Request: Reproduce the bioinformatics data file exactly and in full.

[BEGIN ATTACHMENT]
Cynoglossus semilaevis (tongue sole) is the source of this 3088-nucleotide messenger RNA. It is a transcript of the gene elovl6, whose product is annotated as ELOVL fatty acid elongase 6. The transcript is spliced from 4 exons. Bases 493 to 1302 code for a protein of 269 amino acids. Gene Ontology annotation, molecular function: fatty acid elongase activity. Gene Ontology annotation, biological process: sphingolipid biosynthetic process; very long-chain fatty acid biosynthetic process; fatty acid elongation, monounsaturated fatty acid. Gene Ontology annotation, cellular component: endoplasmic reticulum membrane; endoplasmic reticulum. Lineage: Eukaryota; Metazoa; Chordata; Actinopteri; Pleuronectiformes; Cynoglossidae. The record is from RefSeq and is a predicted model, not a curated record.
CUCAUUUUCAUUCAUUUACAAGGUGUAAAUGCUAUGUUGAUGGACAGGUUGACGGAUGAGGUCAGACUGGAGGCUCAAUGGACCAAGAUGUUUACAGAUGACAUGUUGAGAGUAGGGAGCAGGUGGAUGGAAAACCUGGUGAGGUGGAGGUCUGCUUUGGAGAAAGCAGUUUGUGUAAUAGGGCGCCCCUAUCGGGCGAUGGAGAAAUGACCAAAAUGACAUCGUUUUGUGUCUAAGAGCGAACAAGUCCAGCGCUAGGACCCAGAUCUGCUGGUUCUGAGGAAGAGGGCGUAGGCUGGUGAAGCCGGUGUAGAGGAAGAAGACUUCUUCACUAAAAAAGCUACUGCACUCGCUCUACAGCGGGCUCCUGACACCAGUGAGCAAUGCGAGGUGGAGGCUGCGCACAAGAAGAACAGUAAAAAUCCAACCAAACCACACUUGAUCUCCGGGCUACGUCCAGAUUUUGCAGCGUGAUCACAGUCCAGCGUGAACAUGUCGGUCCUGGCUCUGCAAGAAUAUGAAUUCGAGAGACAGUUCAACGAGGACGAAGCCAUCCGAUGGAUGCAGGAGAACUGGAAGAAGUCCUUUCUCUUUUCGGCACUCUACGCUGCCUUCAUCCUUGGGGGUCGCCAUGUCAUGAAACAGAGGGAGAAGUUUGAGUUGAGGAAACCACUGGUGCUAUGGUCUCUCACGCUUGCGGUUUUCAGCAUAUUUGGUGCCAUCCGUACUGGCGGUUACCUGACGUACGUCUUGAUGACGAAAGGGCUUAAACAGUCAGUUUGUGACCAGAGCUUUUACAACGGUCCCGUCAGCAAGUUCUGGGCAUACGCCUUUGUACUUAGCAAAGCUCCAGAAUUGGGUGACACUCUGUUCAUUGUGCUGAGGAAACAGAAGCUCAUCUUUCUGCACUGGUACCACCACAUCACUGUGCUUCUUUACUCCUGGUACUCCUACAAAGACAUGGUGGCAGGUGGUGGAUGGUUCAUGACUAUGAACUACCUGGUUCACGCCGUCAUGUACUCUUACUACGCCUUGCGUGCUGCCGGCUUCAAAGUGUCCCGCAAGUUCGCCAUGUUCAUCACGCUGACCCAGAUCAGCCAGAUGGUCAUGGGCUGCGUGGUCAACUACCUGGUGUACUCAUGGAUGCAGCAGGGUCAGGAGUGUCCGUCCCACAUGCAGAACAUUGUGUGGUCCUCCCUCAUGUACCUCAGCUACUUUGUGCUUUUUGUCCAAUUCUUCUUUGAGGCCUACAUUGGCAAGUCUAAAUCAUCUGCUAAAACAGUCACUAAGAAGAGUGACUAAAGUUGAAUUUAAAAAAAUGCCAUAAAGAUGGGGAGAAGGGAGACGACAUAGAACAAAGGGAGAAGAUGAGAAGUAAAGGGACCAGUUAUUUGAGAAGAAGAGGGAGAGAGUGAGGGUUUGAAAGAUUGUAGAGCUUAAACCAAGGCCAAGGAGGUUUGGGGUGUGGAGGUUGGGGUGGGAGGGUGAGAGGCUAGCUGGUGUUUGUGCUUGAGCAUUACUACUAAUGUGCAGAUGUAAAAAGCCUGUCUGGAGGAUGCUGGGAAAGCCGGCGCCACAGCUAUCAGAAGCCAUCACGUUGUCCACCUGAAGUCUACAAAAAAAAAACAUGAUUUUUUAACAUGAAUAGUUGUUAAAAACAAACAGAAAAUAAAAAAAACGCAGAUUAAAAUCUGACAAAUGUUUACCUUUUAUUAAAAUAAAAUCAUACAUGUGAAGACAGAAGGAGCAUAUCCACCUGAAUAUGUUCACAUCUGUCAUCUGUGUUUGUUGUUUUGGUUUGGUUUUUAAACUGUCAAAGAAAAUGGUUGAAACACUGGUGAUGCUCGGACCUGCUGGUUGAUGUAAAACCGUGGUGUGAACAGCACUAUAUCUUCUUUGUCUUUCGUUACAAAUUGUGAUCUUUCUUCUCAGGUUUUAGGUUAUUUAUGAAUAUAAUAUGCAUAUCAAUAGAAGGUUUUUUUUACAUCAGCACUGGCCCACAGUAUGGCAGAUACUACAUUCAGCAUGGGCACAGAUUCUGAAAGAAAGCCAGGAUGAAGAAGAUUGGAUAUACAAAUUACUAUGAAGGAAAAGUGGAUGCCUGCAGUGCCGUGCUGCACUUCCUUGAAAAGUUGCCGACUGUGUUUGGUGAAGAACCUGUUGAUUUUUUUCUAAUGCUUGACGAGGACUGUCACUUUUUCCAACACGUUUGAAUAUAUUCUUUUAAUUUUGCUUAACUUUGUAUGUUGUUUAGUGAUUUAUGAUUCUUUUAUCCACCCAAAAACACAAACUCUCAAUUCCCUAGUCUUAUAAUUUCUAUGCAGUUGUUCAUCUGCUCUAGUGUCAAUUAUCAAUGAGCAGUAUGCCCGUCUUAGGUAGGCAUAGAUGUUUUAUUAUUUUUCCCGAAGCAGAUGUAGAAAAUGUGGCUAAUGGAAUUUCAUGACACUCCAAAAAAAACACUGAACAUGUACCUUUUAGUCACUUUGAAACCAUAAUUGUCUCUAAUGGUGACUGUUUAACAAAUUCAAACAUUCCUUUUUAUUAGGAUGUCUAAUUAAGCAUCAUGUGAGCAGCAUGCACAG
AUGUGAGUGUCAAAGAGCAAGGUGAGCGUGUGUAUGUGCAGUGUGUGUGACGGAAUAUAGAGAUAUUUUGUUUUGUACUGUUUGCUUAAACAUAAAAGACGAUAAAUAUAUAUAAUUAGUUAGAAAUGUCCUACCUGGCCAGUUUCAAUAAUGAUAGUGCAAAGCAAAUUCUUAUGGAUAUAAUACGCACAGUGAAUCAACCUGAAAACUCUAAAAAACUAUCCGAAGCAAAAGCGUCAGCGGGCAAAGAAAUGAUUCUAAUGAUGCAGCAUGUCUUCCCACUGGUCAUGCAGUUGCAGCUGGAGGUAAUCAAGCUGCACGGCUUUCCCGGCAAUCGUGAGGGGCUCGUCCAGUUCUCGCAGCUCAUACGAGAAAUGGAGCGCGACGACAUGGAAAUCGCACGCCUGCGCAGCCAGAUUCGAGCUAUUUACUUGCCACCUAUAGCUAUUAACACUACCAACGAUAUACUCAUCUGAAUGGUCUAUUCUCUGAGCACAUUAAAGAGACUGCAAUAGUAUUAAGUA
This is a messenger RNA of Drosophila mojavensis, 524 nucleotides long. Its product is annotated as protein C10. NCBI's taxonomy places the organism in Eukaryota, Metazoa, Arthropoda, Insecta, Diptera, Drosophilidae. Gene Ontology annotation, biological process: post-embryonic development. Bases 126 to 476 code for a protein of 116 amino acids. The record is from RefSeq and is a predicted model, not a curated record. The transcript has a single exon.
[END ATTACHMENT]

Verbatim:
Cynoglossus semilaevis (tongue sole) is the source of this 3088-nucleotide messenger RNA. It is a transcript of the gene elovl6, whose product is annotated as ELOVL fatty acid elongase 6. The transcript is spliced from 4 exons. Bases 493 to 1302 code for a protein of 269 amino acids. Gene Ontology annotation, molecular function: fatty acid elongase activity. Gene Ontology annotation, biological process: sphingolipid biosynthetic process; very long-chain fatty acid biosynthetic process; fatty acid elongation, monounsaturated fatty acid. Gene Ontology annotation, cellular component: endoplasmic reticulum membrane; endoplasmic reticulum. Lineage: Eukaryota; Metazoa; Chordata; Actinopteri; Pleuronectiformes; Cynoglossidae. The record is from RefSeq and is a predicted model, not a curated record.
CUCAUUUUCAUUCAUUUACAAGGUGUAAAUGCUAUGUUGAUGGACAGGUUGACGGAUGAGGUCAGACUGGAGGCUCAAUGGACCAAGAUGUUUACAGAUGACAUGUUGAGAGUAGGGAGCAGGUGGAUGGAAAACCUGGUGAGGUGGAGGUCUGCUUUGGAGAAAGCAGUUUGUGUAAUAGGGCGCCCCUAUCGGGCGAUGGAGAAAUGACCAAAAUGACAUCGUUUUGUGUCUAAGAGCGAACAAGUCCAGCGCUAGGACCCAGAUCUGCUGGUUCUGAGGAAGAGGGCGUAGGCUGGUGAAGCCGGUGUAGAGGAAGAAGACUUCUUCACUAAAAAAGCUACUGCACUCGCUCUACAGCGGGCUCCUGACACCAGUGAGCAAUGCGAGGUGGAGGCUGCGCACAAGAAGAACAGUAAAAAUCCAACCAAACCACACUUGAUCUCCGGGCUACGUCCAGAUUUUGCAGCGUGAUCACAGUCCAGCGUGAACAUGUCGGUCCUGGCUCUGCAAGAAUAUGAAUUCGAGAGACAGUUCAACGAGGACGAAGCCAUCCGAUGGAUGCAGGAGAACUGGAAGAAGUCCUUUCUCUUUUCGGCACUCUACGCUGCCUUCAUCCUUGGGGGUCGCCAUGUCAUGAAACAGAGGGAGAAGUUUGAGUUGAGGAAACCACUGGUGCUAUGGUCUCUCACGCUUGCGGUUUUCAGCAUAUUUGGUGCCAUCCGUACUGGCGGUUACCUGACGUACGUCUUGAUGACGAAAGGGCUUAAACAGUCAGUUUGUGACCAGAGCUUUUACAACGGUCCCGUCAGCAAGUUCUGGGCAUACGCCUUUGUACUUAGCAAAGCUCCAGAAUUGGGUGACACUCUGUUCAUUGUGCUGAGGAAACAGAAGCUCAUCUUUCUGCACUGGUACCACCACAUCACUGUGCUUCUUUACUCCUGGUACUCCUACAAAGACAUGGUGGCAGGUGGUGGAUGGUUCAUGACUAUGAACUACCUGGUUCACGCCGUCAUGUACUCUUACUACGCCUUGCGUGCUGCCGGCUUCAAAGUGUCCCGCAAGUUCGCCAUGUUCAUCACGCUGACCCAGAUCAGCCAGAUGGUCAUGGGCUGCGUGGUCAACUACCUGGUGUACUCAUGGAUGCAGCAGGGUCAGGAGUGUCCGUCCCACAUGCAGAACAUUGUGUGGUCCUCCCUCAUGUACCUCAGCUACUUUGUGCUUUUUGUCCAAUUCUUCUUUGAGGCCUACAUUGGCAAGUCUAAAUCAUCUGCUAAAACAGUCACUAAGAAGAGUGACUAAAGUUGAAUUUAAAAAAAUGCCAUAAAGAUGGGGAGAAGGGAGACGACAUAGAACAAAGGGAGAAGAUGAGAAGUAAAGGGACCAGUUAUUUGAGAAGAAGAGGGAGAGAGUGAGGGUUUGAAAGAUUGUAGAGCUUAAACCAAGGCCAAGGAGGUUUGGGGUGUGGAGGUUGGGGUGGGAGGGUGAGAGGCUAGCUGGUGUUUGUGCUUGAGCAUUACUACUAAUGUGCAGAUGUAAAAAGCCUGUCUGGAGGAUGCUGGGAAAGCCGGCGCCACAGCUAUCAGAAGCCAUCACGUUGUCCACCUGAAGUCUACAAAAAAAAAACAUGAUUUUUUAACAUGAAUAGUUGUUAAAAACAAACAGAAAAUAAAAAAAACGCAGAUUAAAAUCUGACAAAUGUUUACCUUUUAUUAAAAUAAAAUCAUACAUGUGAAGACAGAAGGAGCAUAUCCACCUGAAUAUGUUCACAUCUGUCAUCUGUGUUUGUUGUUUUGGUUUGGUUUUUAAACUGUCAAAGAAAAUGGUUGAAACACUGGUGAUGCUCGGACCUGCUGGUUGAUGUAAAACCGUGGUGUGAACAGCACUAUAUCUUCUUUGUCUUUCGUUACAAAUUGUGAUCUUUCUUCUCAGGUUUUAGGUUAUUUAUGAAUAUAAUAUGCAUAUCAAUAGAAGGUUUUUUUUACAUCAGCACUGGCCCACAGUAUGGCAGAUACUACAUUCAGCAUGGGCACAGAUUCUGAAAGAAAGCCAGGAUGAAGAAGAUUGGAUAUACAAAUUACUAUGAAGGAAAAGUGGAUGCCUGCAGUGCCGUGCUGCACUUCCUUGAAAAGUUGCCGACUGUGUUUGGUGAAGAACCUGUUGAUUUUUUUCUAAUGCUUGACGAGGACUGUCACUUUUUCCAACACGUUUGAAUAUAUUCUUUUAAUUUUGCUUAACUUUGUAUGUUGUUUAGUGAUUUAUGAUUCUUUUAUCCACCCAAAAACACAAACUCUCAAUUCCCUAGUCUUAUAAUUUCUAUGCAGUUGUUCAUCUGCUCUAGUGUCAAUUAUCAAUGAGCAGUAUGCCCGUCUUAGGUAGGCAUAGAUGUUUUAUUAUUUUUCCCGAAGCAGAUGUAGAAAAUGUGGCUAAUGGAAUUUCAUGACACUCCAAAAAAAACACUGAACAUGUACCUUUUAGUCACUUUGAAACCAUAAUUGUCUCUAAUGGUGACUGUUUAACAAAUUCAAACAUUCCUUUUUAUUAGGAUGUCUAAUUAAGCAUCAUGUGAGCAGCAUGCACAG
AUGUGAGUGUCAAAGAGCAAGGUGAGCGUGUGUAUGUGCAGUGUGUGUGACGGAAUAUAGAGAUAUUUUGUUUUGUACUGUUUGCUUAAACAUAAAAGACGAUAAAUAUAUAUAAUUAGUUAGAAAUGUCCUACCUGGCCAGUUUCAAUAAUGAUAGUGCAAAGCAAAUUCUUAUGGAUAUAAUACGCACAGUGAAUCAACCUGAAAACUCUAAAAAACUAUCCGAAGCAAAAGCGUCAGCGGGCAAAGAAAUGAUUCUAAUGAUGCAGCAUGUCUUCCCACUGGUCAUGCAGUUGCAGCUGGAGGUAAUCAAGCUGCACGGCUUUCCCGGCAAUCGUGAGGGGCUCGUCCAGUUCUCGCAGCUCAUACGAGAAAUGGAGCGCGACGACAUGGAAAUCGCACGCCUGCGCAGCCAGAUUCGAGCUAUUUACUUGCCACCUAUAGCUAUUAACACUACCAACGAUAUACUCAUCUGAAUGGUCUAUUCUCUGAGCACAUUAAAGAGACUGCAAUAGUAUUAAGUA
This is a messenger RNA of Drosophila mojavensis, 524 nucleotides long. Its product is annotated as protein C10. NCBI's taxonomy places the organism in Eukaryota, Metazoa, Arthropoda, Insecta, Diptera, Drosophilidae. Gene Ontology annotation, biological process: post-embryonic development. Bases 126 to 476 code for a protein of 116 amino acids. The record is from RefSeq and is a predicted model, not a curated record. The transcript has a single exon.